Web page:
Foreach loops are needed everywhere. No matter if you build a menu, a simple list of subpages, a gallery, a table of contents, in short, whenever dealing with collections, arrays etc. – foreach loops are your best friends.
In this example, we build a very basic menu for all listed main pages in the content folder.
As you can see, this is just a matter of seven lines of code. As soon as you want to get some more control over each item in the loop, it can get quickly get more complex.
Whenever you get a set of pages in Kirby, like:
The result (
$items) is not just a plain, boring array. Kirby has its own array implementation, which comes with a few nice methods that make your life easier.
In many situations, we have to get the first or the last item, for example, to add a special class to these items (to style them or for other reasons). This is very easy with Kirby's methods:
With these methods we can create a nicer version of the menu above, with a class added to one of these items.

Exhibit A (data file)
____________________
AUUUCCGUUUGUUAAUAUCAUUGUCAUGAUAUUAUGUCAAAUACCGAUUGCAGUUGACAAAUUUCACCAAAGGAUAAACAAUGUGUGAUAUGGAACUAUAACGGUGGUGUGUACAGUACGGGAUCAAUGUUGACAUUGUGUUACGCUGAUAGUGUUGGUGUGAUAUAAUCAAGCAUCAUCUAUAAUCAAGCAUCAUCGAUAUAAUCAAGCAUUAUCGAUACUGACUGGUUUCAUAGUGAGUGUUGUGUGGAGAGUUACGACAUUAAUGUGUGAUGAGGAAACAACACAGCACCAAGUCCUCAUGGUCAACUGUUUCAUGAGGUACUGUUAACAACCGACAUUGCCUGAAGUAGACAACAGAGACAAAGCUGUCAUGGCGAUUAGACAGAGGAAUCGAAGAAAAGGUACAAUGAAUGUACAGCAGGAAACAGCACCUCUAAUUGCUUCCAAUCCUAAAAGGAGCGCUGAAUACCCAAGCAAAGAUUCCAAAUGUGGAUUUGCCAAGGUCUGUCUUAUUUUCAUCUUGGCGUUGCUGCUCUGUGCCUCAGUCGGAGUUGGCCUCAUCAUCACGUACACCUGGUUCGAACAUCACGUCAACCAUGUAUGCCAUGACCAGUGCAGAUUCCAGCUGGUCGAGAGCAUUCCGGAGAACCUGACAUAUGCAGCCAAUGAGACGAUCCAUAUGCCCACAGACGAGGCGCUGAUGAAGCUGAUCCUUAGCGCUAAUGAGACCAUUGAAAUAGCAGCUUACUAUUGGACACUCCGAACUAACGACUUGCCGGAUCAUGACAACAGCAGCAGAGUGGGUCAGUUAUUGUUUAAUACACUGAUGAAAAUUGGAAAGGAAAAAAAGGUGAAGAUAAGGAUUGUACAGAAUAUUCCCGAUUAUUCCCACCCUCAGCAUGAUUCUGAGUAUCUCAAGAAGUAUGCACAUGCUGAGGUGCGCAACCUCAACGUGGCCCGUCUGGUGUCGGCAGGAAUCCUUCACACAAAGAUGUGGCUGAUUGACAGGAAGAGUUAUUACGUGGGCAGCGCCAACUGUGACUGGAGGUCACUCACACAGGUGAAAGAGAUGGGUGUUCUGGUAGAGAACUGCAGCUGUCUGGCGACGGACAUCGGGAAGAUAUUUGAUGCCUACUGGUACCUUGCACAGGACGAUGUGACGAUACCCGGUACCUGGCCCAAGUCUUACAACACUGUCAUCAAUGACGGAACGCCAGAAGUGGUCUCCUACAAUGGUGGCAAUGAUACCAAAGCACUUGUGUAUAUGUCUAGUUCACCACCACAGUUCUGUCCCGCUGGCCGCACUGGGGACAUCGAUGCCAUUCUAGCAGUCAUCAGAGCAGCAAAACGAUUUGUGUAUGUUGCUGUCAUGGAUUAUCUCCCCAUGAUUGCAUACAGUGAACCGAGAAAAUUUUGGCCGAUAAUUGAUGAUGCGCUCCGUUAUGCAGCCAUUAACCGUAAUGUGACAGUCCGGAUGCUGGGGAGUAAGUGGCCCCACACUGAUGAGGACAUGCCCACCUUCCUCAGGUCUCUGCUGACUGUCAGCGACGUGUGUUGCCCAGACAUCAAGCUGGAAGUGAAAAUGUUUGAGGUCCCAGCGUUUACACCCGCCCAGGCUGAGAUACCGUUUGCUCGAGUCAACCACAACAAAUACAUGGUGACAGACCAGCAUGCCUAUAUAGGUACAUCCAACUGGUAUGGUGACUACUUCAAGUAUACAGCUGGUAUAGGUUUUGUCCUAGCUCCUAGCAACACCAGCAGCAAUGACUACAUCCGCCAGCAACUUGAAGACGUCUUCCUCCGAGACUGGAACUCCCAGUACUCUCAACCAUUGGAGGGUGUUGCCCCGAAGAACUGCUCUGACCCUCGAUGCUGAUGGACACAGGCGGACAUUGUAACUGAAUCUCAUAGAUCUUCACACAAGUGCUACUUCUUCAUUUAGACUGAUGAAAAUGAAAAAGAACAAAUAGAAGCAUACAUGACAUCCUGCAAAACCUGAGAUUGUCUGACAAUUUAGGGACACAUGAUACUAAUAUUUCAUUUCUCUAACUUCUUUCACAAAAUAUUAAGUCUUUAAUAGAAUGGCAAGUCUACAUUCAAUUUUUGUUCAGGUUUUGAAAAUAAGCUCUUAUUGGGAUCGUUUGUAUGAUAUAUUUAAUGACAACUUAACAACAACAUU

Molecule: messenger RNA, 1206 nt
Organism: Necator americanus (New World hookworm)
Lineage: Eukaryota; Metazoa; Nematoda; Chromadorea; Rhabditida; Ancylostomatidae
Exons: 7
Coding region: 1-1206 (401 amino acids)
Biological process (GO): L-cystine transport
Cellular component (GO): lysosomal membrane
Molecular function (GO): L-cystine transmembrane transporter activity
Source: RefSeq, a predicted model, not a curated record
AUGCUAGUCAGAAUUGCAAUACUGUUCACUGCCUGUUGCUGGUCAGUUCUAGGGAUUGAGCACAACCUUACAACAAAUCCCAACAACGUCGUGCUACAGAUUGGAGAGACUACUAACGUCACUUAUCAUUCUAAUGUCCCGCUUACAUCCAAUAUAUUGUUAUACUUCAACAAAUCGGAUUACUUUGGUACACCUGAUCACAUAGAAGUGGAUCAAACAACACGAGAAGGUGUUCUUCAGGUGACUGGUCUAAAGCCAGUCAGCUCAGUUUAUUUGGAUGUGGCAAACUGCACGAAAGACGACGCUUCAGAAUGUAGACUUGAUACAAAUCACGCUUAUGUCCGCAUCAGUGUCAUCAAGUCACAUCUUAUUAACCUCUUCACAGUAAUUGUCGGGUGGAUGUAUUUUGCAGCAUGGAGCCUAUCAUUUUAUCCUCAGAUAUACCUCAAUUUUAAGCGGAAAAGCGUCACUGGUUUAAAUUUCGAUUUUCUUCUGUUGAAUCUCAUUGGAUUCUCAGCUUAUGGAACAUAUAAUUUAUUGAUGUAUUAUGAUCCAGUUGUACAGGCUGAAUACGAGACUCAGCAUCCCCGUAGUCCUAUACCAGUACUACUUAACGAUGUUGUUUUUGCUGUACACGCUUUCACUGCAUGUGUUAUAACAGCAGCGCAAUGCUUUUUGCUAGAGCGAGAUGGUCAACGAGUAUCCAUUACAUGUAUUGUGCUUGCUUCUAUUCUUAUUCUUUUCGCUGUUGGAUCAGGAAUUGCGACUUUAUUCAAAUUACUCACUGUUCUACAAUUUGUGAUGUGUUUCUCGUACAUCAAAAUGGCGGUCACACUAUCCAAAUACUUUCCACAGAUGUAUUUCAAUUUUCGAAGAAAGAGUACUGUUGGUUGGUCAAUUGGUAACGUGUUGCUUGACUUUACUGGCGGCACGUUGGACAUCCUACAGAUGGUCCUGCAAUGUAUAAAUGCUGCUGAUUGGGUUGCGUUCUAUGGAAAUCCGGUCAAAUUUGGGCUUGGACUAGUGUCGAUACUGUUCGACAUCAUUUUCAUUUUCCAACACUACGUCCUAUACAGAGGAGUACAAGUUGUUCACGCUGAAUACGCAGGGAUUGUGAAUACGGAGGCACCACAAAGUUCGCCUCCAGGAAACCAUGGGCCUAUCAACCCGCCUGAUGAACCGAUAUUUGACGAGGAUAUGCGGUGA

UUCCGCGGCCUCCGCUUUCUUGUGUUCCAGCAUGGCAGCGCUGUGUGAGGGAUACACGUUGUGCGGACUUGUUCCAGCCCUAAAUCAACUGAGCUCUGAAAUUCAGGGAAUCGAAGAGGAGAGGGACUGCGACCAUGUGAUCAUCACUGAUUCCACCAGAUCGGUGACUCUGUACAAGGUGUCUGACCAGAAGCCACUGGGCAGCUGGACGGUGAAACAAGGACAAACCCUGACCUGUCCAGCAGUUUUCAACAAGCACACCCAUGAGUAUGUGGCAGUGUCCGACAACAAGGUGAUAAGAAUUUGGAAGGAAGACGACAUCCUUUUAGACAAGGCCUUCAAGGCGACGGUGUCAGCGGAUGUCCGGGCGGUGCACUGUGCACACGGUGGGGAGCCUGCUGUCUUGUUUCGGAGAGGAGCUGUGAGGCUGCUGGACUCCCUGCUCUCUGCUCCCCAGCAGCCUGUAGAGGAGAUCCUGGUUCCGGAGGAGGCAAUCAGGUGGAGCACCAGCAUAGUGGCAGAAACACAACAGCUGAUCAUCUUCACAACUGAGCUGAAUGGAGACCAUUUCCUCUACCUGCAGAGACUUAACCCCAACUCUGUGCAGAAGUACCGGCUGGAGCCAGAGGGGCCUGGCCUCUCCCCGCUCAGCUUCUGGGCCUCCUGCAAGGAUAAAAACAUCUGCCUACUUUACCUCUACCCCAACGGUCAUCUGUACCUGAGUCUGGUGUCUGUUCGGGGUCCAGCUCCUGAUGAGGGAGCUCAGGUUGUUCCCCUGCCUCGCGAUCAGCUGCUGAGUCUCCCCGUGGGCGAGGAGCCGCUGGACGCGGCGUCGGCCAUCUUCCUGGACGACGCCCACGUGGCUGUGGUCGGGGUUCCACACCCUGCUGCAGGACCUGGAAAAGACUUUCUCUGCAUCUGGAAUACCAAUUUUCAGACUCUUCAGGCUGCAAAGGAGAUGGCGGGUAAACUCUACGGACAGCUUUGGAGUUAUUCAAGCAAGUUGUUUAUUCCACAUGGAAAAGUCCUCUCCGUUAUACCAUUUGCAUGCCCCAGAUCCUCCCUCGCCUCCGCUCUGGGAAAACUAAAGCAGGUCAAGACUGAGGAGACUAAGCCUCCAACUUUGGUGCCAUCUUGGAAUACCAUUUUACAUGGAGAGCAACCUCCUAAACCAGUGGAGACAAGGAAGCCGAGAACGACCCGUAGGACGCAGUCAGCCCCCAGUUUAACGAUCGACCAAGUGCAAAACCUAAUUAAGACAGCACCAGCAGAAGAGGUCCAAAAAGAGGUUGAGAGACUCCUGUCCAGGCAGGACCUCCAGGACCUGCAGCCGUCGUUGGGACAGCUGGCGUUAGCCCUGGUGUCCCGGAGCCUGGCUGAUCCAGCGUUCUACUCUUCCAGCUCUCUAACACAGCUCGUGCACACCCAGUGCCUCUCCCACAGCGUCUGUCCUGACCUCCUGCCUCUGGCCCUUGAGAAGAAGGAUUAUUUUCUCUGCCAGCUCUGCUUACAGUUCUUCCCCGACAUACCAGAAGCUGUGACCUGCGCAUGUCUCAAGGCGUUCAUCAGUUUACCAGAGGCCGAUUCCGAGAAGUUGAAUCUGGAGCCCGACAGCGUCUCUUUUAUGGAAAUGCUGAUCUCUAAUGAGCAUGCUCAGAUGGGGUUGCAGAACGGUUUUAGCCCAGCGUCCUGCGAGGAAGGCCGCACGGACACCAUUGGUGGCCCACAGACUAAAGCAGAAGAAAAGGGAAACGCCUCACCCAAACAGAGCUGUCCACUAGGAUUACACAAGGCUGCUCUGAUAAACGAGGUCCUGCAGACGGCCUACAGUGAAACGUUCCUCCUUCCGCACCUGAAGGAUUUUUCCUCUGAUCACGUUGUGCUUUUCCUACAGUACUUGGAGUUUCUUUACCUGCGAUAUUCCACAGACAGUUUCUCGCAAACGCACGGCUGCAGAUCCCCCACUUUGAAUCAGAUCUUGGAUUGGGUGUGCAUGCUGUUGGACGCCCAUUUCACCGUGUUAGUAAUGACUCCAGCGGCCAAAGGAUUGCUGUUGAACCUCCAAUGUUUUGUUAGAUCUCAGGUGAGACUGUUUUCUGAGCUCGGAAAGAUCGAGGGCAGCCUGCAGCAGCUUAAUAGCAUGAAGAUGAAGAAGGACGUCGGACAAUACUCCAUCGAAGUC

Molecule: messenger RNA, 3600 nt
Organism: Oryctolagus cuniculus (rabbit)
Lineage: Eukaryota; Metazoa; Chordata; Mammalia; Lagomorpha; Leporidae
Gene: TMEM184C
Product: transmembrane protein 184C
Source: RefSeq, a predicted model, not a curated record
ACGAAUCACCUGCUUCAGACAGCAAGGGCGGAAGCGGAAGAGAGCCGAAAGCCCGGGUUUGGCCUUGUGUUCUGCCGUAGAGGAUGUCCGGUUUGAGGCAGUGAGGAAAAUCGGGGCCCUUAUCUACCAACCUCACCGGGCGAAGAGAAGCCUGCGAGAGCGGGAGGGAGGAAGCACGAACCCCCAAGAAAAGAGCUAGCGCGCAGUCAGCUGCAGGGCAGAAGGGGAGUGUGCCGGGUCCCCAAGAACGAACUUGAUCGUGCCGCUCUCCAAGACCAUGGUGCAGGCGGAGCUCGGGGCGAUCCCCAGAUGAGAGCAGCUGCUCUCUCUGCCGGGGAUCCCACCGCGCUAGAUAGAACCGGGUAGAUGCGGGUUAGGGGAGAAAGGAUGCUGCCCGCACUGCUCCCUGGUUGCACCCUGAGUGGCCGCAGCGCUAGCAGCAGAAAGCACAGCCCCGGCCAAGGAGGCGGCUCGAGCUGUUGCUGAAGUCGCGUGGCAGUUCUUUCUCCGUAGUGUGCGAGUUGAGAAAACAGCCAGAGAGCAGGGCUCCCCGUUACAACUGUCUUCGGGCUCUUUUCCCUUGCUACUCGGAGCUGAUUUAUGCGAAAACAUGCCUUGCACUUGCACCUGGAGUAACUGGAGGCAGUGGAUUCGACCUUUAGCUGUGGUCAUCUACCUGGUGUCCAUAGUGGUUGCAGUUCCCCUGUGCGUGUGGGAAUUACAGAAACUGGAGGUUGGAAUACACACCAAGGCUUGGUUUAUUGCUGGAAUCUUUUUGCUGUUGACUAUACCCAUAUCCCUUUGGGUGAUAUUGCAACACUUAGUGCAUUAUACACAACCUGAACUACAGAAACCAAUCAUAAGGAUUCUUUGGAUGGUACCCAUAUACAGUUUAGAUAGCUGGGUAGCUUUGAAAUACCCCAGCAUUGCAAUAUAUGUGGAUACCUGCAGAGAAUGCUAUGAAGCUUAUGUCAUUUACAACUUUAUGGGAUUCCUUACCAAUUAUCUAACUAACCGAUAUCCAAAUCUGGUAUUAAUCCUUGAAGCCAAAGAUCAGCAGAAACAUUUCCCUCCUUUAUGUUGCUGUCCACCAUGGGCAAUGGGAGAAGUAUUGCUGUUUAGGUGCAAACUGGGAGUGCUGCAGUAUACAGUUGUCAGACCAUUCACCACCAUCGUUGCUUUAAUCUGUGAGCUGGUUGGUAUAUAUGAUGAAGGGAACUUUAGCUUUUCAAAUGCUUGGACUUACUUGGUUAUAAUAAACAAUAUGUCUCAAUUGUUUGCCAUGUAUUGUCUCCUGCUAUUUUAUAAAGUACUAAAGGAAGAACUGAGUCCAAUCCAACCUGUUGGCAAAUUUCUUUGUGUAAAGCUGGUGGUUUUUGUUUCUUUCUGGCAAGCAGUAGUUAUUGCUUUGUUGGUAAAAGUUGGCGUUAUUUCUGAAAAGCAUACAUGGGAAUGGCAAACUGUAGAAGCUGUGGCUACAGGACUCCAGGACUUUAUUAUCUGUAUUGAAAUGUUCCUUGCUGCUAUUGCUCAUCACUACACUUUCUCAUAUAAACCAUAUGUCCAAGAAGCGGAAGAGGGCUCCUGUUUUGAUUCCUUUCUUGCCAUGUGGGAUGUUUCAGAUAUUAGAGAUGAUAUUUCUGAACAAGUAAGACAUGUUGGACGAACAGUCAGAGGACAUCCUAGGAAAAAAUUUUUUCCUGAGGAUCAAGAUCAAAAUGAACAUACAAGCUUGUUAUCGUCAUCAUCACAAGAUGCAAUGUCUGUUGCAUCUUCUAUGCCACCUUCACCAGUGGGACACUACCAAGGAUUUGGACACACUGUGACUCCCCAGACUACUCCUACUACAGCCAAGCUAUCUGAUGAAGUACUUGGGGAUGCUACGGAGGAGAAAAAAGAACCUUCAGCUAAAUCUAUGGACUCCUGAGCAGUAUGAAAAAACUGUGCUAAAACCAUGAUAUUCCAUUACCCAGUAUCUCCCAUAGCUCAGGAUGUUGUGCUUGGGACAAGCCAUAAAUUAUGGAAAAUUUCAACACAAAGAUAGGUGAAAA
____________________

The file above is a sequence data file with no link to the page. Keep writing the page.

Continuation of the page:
This can be modified to work for the first item instead…
You can search an element within a set of pages with the
find() or the
Both methods will only return a single page object, like the
We can use that search result to assign a class selector in our menu to a specific item:
Doesn't sound useful? Think about it again! You can use this to customize single items in any kind of menu, list, gallery, etc. without writing huge amounts of extra code. Since the
findBy method can search for all custom fields in your content file for each page, this can be very powerful. Just use your imagination :)
You can also fetch a particular item by its position in the collection, using the
In some situations it is useful to get the index number of an element in the collection, for example to add the number to a class name for a gallery or something like this. This can be achieved with the
offset() methods we can pick only a number of elements from our collection:
We can also exclude elements, for example to get all main pages for our menu, no matter if they are listed or unlisted, but not the error and home pages. This can be done with the
The same methods outlined above are not only available for pages, but also for collections of files, users, structure items or any other collection.
More methods in the Reference